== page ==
Postcard from Prague

Rooms, food and masterpieces

Rooms with a View

New last year, the Four Seasons is set on the Vltava River--Smetana's Moldau--with romantic views of the medieval Charles Bridge and Prague Castle. A fusion of four buildings, ranging from a Baroque villa housing a pair of two-bedroom suites (all four bedrooms can be rented for $3,500) to a brand-new contemporary entryway, it delivers seamless Four Seasons service, though the choice of a turquoise-and-yellow color scheme for the hallways and drab brown and tan for some rooms is puzzling. The suite to get is number 701, handsome in dark woods and gilding, offering the perfect visual vantage point: high up and right next to the bridge. Rooms, $245-$3,500. Veleslavinova 2A; 800-819-5053, 420-2-2142-7000; fax 420-2-2142-6000;

Food with a View

Prague has surprisingly few good restaurants that take advantage of the city's waterscape. One of the best is Kampa Park, with a newly enlarged and enclosed terrace on the river near the Charles Bridge. Presided over by chef Marek Raditsch, veteran of New York's Nobu and Café Boulud, the menu is decidedly eclectic, including well-executed offerings like tuna with black truffles, coconut-lime soup with mussels and crab legs, and grilled duck breast with fig sauce. Dinner, $72. Na Kampe 8b; 420-2-5753-2685; fax 420-2-5753-3223.

Views from relative newcomer U Zlaté Studne--set on a hillside near Prague Castle, overlooking the whole city--are even more exceptional, particularly at night. Though the building (the hotel of the same name) is 16th century, the top-floor restaurant is spare, contemporary, and stylish, with vast windows on one side of the long room and a lustrous gold wall on the other. Tables on the terrace share the fine views. The menu offers a small selection of updated classics, such as chicken with tarragon and roasted tiger prawns with Parmesan and garlic butter. Dinner, $60. U Zlaté Studne 166/4; 420-2-5753-3322; fax 420-2-5753-5044.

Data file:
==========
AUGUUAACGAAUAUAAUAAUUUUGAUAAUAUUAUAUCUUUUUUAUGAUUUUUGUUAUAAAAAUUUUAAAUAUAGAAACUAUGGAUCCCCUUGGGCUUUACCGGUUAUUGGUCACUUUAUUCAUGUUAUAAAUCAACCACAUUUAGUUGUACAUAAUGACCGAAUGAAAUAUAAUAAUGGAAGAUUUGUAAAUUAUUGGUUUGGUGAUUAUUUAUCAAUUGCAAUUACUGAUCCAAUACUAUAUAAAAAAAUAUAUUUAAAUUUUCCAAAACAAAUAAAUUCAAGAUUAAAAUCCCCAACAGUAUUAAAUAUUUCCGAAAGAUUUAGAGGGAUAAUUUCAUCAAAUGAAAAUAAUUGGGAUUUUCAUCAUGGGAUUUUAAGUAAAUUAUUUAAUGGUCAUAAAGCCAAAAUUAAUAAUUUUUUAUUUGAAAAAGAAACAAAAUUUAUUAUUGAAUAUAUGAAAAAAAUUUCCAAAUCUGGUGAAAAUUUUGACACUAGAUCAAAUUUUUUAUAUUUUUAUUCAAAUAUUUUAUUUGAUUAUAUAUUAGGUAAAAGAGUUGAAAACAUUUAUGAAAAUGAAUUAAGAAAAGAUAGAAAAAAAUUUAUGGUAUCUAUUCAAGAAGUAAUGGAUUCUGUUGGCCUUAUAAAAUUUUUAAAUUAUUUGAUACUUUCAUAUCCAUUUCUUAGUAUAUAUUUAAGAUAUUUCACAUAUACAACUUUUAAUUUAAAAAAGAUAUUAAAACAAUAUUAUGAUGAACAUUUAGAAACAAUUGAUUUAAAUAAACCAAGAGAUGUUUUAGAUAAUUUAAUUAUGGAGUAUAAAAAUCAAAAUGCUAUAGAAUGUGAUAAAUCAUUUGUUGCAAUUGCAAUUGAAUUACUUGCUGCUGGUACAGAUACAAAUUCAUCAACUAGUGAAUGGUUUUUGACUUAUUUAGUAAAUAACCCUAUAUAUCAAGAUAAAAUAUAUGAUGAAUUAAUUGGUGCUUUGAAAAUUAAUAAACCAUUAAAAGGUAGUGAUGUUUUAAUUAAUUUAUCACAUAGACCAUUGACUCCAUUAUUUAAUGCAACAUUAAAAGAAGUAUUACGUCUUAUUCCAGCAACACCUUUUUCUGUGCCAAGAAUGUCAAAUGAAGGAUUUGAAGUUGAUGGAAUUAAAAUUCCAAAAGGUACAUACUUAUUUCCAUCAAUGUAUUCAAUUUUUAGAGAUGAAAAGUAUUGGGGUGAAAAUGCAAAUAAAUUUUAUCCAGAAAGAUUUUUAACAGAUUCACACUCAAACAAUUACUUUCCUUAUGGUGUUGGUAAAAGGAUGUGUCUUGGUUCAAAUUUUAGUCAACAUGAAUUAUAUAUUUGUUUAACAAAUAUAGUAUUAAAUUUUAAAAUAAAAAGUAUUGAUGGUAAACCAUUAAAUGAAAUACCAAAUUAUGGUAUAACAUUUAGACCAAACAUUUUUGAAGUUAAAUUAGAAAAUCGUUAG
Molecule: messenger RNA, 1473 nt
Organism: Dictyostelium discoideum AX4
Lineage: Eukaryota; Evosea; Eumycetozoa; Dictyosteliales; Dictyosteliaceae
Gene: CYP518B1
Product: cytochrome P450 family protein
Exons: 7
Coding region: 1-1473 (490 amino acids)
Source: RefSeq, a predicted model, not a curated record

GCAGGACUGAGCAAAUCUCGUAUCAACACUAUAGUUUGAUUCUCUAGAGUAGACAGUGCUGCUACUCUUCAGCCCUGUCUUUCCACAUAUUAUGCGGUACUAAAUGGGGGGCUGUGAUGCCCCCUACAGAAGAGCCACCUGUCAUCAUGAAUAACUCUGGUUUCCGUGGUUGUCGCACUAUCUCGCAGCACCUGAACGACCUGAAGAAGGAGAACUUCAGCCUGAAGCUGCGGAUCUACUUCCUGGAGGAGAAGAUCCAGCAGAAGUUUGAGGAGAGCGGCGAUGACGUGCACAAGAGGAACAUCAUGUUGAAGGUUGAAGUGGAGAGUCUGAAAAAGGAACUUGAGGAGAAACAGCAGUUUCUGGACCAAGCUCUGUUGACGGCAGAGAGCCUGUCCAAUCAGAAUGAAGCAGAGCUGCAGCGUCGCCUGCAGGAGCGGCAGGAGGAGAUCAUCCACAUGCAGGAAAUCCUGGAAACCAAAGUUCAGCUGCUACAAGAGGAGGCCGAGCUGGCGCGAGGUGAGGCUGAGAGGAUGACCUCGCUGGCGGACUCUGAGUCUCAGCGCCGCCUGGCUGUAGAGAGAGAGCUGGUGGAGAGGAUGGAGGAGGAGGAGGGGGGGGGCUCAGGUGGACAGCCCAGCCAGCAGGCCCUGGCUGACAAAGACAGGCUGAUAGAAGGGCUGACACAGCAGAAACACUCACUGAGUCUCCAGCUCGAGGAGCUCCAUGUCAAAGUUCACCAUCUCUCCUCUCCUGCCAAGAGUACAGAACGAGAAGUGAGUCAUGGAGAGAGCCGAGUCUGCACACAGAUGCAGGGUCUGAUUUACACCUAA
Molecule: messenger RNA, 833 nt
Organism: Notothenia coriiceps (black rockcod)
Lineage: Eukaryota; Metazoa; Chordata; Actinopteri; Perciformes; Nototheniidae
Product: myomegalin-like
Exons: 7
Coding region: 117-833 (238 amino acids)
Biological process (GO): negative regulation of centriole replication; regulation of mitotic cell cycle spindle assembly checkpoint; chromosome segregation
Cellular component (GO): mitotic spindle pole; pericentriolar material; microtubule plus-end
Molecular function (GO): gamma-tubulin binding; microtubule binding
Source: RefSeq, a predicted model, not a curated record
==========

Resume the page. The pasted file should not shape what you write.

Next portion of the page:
Art Nouveau Masterpiece

Municipal House--once home to Bohemian kings and now a center for the arts--is an architectural wonder. Of special note: the ornate Smetana Hall, base for the Prague Symphony; the domed Mayor Hall, with frescoes by Czech artist Alphonse Mucha; and the ground-floor café, with huge gilded chandeliers, a nymph relief in Carrara marble, and estimable coffee and cakes. Namesti Republiky 5; 420-2-2200-2100.

Masterpieces in Glass

Arzenal specializes in the baroque, imaginative designs of celebrated glass artist Borek Sípek (whose works have been commissioned for President Vaclav Havel's villa). The store also showcases his ceramics and idiosyncratic furniture, as well as the clothing designs of his friend Yoshiki Hishinuma. Diners can try out Sípek's tableware at the Thai café in the back. Prices range from $7.50 for a juice glass to $4,800 for a multicolored, tendriled chandelier. Valentinska 11; 420-2-2481-4099.

Key to the City When Prince Charles sent a few guests to tour the gardens of Prague, Olga Savelková showed them around. She has also served as guide to several heads of state. Knowledgeable, flexible, and infinitely patient, she can structure any tour--even a three-hour whirlwind, which she recently designed for a busy CEO's visit. Her fee: $20 an hour. 420-2-4143-0098;

Restaurant prices reflect a three-course dinner for two, excluding beverages and gratuity. Hotel prices show high-season rates from the least expensive double to the most expensive suite.